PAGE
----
Monday, 19 May 2014

The truth about Waltham Forest’s schools

Every parent wants to know that their child will have access to a good school and that the people running those schools take their job seriously. This is the common-sense anxiety on which the current government has mercilessly and shamelessly played in order to stoke up demand for ‘Free Schools’.

This is not to say that nothing about our school system needs improvement – of course it does, but the drive to create demand for Free Schools depended on establishing that there was something fundamentally rotten about comprehensive schools. If current trends are anything to go by, the truth appears to be almost the reverse. As proportionately more Free Schools are falling foul of Ofsted, it appears that there is something fundamentally wrong with the new kids on the block.

Tackling the legacy of this fear-mongering is difficult because there are huge problems in our education system, many of which are nothing to do with our schools. For example, can any form of school offset the effects of 30 years in which social and economic inequality has got worse? But as the unfolding policy disaster that is the Free Schools project shows, fear-mongering only worsens the situation.

It's disappointing then, to find a recent local Liberal Democrat party election leaflet making some deeply unfair claims about the performance of our schools based on distorted statistics. The leaflet claimed that Waltham Forest’s schools have the lowest percentage of pupils passing 5 GCSE’s at A-C grade including English and Maths in London and that  in Key Stage 2 exams (11 tests of 11 year olds), Waltham Forest is the lowest performing borough in London. This is, they claim, a damning indictment of our schools under the current council. “It’s a competitive world out there” one Lib Dem Councillor is quoted as saying, while another claims to “see no reason why our children can’t be the best in London”.  Both quotes are in fact fairly meaningless but they seem calculated to play on anxieties that our schools are failing.

So what is the truth about Waltham Forest schools?

Firstly, we went back to the same statistics used by the Liberal Democrats to see what they told us. We looked at the most recent statistical reports on educational performance in Waltham Forest by the Council officers to the Children and Young People Overview and Scrutiny sub-committee (see the documents under item 45 in particular). What they show us, perhaps predictably, is that the truth is more complicated but it’s also much more encouraging. For example:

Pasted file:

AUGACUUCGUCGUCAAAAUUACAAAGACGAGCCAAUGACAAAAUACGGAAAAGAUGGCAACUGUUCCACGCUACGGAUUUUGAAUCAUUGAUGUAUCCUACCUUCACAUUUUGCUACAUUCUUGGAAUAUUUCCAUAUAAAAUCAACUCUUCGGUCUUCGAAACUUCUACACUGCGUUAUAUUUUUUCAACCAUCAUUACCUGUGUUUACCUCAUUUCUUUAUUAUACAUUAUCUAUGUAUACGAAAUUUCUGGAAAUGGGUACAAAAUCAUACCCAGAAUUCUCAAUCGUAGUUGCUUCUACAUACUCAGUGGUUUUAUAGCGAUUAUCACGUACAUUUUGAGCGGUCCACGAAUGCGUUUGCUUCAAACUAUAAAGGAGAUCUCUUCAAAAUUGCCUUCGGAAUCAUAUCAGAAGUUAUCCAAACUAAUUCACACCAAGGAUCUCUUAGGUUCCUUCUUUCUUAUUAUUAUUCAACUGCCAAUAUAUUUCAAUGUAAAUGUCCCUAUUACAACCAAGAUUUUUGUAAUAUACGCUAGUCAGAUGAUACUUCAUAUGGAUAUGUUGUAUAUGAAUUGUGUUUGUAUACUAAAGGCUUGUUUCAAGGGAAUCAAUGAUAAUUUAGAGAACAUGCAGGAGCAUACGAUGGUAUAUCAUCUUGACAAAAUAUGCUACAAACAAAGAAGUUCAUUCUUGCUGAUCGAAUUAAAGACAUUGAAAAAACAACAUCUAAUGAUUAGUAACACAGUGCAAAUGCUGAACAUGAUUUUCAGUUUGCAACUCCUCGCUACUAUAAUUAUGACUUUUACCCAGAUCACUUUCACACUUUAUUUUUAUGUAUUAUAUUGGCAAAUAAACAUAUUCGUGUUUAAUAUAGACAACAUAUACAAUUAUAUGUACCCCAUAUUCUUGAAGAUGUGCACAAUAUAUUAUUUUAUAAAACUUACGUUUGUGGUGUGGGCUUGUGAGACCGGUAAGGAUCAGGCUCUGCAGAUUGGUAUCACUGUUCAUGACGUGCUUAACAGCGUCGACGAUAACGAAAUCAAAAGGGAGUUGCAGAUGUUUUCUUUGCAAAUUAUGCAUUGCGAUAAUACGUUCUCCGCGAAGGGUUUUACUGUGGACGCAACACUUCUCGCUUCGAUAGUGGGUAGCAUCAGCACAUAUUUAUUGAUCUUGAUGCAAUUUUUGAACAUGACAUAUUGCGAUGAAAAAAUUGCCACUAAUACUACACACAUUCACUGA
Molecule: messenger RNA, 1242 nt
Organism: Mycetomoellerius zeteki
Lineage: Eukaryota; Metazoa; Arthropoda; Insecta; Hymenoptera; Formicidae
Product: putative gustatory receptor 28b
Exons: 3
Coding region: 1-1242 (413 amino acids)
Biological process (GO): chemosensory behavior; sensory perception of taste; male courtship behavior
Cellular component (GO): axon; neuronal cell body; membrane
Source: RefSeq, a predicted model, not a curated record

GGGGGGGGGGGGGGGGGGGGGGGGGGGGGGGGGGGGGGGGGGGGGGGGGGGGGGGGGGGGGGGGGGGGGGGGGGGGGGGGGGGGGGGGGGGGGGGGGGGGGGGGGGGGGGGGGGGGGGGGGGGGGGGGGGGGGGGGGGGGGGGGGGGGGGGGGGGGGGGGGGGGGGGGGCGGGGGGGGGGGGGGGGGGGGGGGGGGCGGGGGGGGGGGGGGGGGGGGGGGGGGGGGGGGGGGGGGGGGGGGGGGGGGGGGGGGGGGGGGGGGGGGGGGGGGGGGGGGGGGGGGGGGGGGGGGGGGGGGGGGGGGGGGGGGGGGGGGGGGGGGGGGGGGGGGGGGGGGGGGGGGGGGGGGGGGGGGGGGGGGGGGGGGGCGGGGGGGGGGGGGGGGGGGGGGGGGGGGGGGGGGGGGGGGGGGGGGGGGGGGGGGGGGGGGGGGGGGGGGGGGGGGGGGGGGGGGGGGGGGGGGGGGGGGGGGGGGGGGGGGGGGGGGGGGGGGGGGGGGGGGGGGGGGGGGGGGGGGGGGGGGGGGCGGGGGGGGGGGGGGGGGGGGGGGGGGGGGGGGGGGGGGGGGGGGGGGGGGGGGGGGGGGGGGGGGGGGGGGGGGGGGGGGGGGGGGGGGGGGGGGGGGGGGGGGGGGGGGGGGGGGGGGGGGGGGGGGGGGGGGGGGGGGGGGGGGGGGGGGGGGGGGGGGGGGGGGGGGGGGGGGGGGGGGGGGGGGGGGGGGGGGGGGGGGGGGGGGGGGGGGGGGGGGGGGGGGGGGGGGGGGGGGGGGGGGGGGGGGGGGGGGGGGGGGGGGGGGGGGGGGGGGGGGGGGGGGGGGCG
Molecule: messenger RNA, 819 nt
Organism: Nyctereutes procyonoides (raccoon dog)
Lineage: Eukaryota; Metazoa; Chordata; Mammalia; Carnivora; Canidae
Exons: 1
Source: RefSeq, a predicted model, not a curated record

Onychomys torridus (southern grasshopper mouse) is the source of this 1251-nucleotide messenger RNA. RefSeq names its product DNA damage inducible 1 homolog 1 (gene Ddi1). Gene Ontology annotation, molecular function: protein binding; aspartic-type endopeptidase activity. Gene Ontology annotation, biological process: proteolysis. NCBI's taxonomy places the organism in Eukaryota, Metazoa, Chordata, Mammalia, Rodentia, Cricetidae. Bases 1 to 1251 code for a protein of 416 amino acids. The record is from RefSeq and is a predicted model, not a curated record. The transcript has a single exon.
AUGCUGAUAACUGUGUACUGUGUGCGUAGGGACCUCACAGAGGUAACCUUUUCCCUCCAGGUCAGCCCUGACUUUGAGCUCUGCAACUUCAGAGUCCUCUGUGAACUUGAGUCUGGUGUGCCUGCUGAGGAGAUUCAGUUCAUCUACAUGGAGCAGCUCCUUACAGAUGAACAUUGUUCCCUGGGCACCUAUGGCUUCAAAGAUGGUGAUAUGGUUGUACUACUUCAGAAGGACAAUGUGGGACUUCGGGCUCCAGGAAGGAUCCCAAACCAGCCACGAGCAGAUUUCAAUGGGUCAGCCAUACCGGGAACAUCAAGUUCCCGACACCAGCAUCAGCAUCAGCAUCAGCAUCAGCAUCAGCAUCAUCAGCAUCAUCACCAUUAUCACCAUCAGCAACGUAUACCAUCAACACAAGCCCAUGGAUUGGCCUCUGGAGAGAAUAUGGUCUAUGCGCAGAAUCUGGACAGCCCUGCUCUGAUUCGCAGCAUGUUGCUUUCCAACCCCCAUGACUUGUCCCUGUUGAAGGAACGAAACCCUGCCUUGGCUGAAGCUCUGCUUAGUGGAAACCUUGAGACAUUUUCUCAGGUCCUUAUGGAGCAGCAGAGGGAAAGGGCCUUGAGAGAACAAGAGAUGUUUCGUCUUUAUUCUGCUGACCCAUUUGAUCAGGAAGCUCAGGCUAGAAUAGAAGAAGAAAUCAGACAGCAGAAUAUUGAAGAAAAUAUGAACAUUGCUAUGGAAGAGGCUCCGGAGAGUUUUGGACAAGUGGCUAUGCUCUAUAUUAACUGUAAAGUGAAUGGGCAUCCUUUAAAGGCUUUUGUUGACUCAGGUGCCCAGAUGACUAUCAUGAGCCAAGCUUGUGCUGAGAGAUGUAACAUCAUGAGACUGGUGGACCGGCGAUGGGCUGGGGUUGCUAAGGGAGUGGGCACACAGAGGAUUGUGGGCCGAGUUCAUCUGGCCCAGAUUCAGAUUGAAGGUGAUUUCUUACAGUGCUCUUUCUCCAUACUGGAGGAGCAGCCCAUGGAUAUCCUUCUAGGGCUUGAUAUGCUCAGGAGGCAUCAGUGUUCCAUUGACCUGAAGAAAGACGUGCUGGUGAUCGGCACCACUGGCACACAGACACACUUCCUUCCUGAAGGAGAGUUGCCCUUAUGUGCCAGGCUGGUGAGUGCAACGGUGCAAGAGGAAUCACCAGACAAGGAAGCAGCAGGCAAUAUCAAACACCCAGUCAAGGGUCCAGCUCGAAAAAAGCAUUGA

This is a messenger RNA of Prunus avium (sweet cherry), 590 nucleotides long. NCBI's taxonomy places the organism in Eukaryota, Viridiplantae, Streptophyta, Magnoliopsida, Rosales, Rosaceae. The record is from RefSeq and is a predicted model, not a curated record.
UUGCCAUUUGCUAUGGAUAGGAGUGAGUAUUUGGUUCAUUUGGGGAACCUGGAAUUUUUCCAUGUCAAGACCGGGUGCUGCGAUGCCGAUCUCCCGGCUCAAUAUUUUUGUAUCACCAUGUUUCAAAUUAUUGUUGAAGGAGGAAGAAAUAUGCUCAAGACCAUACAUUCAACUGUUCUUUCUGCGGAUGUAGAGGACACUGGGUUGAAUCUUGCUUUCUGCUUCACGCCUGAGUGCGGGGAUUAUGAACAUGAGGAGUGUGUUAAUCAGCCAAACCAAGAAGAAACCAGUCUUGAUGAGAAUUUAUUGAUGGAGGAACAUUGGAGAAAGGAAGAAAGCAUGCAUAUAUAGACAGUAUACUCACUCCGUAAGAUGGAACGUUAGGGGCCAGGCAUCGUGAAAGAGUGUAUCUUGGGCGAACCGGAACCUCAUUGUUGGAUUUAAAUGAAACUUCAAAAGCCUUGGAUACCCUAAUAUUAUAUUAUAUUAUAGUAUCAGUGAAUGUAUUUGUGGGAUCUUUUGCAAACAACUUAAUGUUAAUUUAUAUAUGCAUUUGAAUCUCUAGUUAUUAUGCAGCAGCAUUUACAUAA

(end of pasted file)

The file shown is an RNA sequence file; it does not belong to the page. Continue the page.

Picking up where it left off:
• Our schools are meeting their improvement targets for Key Stage 1 reading and writing,
  • While it’s true that Waltham Forest’s schools are currently running fairly consistently below the London average on most indices, the gap seems to be narrowing on most measures.
  • At Key Stage 1 Reading, Writing and Maths our schools are meeting their improvement targets and the gap between them and the London average is almost non-existent.
  • Waltham Forest’s schools are meeting their targets to reduce the gap between the levels of educational attainment of pupil premium pupils and their peers at Key Stages 2 and 4. 
  • At Key Stage 2, Waltham Forest is below the London average but only by 4% and is equal to the National Average.
  • At Key Stage 4, the percentage of pupils reaching 5 or more GCSEs with grades A to C is below the London average and the National Average but only by 2% and the gap is narrowing.
  • Indeed, what’s most striking from the statistics is that the rate of improvement of Waltham Forest Schools over the last three years in particular is comparable with the London average in general,  often outstrips the rate of improvement of the National Average and sometimes outstrips the rate of improvement of the London average. At Key Stage 1 the rate of improvement is quite dramatic and is still impressive at Key Stage 2.